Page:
An Adelaide woman acquitted of terror offences will be forced to comply with a series of controls, after the Federal Court found she has an "obsession with violence".
Zainab Abdirahman-Khalif, 24, was found guilty of being a member of the Islamic State terror group following a jury trial last year.
But the verdict was set aside and she was acquitted in a Court of Criminal Appeal majority decision last month.
Justice Natalie Charlesworth on Friday imposed 20 of the 21 control orders sought by Commonwealth prosecutors, allowing authorities to monitor her movements and behaviour.
The orders were made on an interim basis until a full hearing is held next year to determine whether they will remain.
In delivering her ruling, Justice Charlesworth said Ms Abdirahman-Khalif was naive and had poor psychological resilience, making her susceptible to the influence of extremists.
"She has, I think I can conclude, an obsession with violence," she said.
"IS women are subservient, but that makes them no less dangerous."
Among the controls in place are to report to police once a week, not leave Australia, live in an approved premises and comply with a 10pm-6am curfew.
Earlier this week, prosecutor Andrew Berger said Ms Abdirahman-Khalif had gained notoriety after her acquittal and could be contacted by other extremists.
He said an example of that was the letters she exchanged behind bars with the sons of Rodney Clavell, who was found dead after a stand-off with police at an Adelaide brothel in 2014.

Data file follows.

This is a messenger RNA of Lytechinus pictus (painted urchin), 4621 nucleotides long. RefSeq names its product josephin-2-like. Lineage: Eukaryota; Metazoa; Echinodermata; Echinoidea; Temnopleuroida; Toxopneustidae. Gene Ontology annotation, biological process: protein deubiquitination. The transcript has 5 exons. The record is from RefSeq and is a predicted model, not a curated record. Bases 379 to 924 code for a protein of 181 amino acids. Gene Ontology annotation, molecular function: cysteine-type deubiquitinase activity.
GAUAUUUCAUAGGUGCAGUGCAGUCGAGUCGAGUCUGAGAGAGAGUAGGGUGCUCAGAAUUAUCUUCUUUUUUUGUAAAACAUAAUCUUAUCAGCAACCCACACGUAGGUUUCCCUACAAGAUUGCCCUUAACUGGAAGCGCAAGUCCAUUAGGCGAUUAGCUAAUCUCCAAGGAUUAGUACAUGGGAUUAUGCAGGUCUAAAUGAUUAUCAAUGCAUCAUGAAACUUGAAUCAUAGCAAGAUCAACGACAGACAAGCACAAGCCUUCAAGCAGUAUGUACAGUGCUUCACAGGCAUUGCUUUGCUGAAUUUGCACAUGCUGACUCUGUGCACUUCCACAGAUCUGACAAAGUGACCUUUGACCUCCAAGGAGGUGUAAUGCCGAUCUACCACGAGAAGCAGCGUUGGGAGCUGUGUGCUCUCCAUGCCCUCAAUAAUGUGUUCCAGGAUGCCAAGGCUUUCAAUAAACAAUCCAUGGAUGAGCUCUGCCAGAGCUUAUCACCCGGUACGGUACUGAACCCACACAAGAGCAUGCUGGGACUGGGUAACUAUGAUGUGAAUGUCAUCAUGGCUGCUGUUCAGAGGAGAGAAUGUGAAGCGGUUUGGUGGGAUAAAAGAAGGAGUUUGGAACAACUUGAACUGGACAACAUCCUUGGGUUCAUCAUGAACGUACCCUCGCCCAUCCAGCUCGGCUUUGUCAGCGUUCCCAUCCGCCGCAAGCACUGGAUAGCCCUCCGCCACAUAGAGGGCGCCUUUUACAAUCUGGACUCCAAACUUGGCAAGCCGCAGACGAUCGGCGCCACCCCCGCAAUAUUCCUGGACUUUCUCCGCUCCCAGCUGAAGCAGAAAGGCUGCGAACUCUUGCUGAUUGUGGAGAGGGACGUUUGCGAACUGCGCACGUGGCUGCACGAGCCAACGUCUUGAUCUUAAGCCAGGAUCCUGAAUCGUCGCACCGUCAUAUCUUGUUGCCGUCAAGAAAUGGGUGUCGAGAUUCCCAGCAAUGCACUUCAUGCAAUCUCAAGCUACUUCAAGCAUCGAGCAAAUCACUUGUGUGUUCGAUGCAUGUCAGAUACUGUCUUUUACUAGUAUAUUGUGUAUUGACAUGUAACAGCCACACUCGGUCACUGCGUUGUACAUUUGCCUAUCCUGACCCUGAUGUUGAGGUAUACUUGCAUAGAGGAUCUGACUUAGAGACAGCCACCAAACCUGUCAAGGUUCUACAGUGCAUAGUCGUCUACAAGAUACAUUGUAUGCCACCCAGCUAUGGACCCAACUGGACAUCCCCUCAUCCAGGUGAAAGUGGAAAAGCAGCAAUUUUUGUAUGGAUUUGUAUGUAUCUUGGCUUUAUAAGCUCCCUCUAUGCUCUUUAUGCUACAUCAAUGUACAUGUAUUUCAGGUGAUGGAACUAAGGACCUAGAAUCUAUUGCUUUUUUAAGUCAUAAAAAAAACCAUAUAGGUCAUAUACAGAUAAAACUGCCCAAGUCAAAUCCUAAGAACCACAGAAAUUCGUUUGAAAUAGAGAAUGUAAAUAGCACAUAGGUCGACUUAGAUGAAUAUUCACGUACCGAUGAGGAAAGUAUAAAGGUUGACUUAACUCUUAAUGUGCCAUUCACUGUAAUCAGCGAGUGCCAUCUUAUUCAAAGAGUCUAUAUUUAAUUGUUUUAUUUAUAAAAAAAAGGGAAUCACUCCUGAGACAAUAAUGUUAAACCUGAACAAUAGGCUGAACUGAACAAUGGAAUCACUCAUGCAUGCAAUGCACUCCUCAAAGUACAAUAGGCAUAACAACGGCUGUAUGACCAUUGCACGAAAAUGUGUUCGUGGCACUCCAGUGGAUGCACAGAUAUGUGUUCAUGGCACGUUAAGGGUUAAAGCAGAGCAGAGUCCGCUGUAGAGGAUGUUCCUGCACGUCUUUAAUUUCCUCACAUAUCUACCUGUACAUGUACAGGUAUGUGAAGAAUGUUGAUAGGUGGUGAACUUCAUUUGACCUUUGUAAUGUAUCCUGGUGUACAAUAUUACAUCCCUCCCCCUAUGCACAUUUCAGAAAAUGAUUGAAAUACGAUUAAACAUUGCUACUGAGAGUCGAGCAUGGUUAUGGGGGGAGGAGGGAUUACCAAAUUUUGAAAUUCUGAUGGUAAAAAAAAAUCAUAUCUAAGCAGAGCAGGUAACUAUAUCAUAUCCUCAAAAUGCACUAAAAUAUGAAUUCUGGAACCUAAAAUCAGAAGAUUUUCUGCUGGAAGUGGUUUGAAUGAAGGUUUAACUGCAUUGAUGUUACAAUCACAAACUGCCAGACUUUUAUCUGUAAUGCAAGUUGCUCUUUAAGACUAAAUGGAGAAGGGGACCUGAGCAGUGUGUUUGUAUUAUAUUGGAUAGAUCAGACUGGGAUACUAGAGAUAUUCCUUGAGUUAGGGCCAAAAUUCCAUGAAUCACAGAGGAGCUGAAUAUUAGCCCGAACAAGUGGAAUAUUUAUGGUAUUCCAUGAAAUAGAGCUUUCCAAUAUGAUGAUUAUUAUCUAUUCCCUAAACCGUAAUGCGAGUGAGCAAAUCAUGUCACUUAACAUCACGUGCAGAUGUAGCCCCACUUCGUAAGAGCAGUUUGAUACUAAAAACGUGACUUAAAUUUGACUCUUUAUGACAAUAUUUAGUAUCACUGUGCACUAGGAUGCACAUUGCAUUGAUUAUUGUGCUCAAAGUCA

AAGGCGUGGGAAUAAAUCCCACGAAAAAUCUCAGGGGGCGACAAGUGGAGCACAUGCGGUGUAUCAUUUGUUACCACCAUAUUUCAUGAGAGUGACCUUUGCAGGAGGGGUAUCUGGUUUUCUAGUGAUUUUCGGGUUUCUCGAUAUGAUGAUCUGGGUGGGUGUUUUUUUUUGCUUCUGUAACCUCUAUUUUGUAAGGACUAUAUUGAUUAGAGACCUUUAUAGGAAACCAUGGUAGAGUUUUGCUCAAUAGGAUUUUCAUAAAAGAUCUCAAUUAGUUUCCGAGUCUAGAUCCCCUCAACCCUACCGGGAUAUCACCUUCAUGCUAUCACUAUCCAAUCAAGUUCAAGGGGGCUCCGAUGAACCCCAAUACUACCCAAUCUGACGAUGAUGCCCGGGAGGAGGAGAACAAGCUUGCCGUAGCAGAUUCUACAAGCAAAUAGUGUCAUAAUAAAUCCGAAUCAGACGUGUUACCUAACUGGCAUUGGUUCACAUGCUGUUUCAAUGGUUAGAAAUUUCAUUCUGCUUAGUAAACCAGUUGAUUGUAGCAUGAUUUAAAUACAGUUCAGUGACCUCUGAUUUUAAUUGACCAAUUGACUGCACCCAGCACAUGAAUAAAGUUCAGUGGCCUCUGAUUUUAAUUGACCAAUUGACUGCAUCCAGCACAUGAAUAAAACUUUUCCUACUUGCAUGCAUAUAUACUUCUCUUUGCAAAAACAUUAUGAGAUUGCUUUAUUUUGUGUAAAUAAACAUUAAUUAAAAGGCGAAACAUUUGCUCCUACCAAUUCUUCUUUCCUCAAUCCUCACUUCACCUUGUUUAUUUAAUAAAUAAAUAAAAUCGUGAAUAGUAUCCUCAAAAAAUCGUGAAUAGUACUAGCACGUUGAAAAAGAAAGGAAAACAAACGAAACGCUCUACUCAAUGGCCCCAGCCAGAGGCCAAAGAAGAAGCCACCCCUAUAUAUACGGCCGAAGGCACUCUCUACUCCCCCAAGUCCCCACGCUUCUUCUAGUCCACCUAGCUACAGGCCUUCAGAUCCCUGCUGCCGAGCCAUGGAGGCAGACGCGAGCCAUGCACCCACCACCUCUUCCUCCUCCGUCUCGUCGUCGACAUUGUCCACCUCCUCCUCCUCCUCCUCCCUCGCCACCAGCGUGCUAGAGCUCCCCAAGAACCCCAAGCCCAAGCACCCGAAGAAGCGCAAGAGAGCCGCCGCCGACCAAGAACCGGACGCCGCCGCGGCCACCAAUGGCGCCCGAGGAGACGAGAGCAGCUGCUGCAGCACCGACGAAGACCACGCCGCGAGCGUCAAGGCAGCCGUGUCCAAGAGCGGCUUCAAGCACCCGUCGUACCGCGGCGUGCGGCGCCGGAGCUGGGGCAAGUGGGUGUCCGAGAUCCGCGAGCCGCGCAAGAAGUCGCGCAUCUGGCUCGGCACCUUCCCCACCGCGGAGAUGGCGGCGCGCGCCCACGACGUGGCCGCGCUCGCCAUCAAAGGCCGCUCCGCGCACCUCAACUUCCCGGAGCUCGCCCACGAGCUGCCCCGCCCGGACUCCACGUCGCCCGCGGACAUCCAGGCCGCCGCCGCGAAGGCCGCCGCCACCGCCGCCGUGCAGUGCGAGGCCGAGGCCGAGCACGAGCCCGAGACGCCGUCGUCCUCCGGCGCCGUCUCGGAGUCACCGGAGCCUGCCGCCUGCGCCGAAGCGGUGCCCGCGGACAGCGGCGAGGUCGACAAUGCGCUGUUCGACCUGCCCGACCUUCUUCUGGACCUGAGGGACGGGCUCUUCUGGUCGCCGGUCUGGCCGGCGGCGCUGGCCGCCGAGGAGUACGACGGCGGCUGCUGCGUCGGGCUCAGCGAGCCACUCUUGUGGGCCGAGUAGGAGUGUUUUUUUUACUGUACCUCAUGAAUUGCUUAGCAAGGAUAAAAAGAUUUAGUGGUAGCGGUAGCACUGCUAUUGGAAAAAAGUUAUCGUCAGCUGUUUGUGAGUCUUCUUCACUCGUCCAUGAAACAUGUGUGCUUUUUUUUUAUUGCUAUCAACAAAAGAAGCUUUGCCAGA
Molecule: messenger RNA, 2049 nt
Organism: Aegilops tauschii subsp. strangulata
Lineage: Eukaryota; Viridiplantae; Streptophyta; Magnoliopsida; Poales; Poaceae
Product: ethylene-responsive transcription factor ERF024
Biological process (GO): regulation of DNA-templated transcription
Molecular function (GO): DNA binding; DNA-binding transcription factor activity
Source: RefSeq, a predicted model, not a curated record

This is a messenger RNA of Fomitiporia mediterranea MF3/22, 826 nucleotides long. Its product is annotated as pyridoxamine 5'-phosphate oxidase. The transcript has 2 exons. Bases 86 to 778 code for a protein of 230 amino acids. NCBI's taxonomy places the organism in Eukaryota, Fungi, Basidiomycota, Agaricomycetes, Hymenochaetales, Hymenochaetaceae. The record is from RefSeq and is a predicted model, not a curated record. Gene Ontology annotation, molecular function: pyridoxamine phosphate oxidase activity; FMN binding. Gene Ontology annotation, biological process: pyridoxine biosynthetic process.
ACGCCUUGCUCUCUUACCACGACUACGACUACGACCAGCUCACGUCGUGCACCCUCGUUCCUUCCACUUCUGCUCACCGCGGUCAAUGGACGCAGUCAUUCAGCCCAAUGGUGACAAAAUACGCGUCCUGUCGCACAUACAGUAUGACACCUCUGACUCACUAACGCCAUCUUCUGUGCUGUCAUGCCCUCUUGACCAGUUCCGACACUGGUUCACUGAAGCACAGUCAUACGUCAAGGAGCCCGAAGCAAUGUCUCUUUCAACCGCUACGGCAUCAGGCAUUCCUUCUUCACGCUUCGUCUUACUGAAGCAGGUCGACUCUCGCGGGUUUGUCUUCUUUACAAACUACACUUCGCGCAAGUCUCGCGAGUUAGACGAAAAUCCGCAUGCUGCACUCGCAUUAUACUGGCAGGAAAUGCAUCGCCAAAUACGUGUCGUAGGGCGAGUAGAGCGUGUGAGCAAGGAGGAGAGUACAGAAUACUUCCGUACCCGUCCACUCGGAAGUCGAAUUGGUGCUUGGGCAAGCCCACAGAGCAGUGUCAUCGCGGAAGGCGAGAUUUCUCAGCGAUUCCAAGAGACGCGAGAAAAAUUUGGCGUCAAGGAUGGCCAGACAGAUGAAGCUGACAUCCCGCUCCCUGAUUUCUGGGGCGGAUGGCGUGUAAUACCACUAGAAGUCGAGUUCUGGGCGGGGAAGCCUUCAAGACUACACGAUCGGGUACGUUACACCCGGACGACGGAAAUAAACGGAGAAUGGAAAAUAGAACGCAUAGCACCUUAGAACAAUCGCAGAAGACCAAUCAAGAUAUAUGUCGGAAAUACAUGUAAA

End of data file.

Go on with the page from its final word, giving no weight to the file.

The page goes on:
Mr Berger said Nathan Clavell wrote to her in August asking whether she would be interested in marrying Daniel Clavell.
"In the letter she was asked twice to contact (a woman) upon her release so that they could talk more, and a telephone number was provided," he said.
Daniel Clavell was in 2014 jailed for three years, four months for driving, drug and assault offences, and, at the time, said he would rehabilitate by turning to Islam.
Earlier this year, two other sons, Joshua and Joel Clavell, were shot by police after they allegedly attacked officers with a hatchet and knife.
Mr Berger said suggestions Ms Abdirahman-Khalif has renounced her extremist views could be treated as a "self-serving" bid to satisfy parole requirements.
The case will return to the Federal Court in December.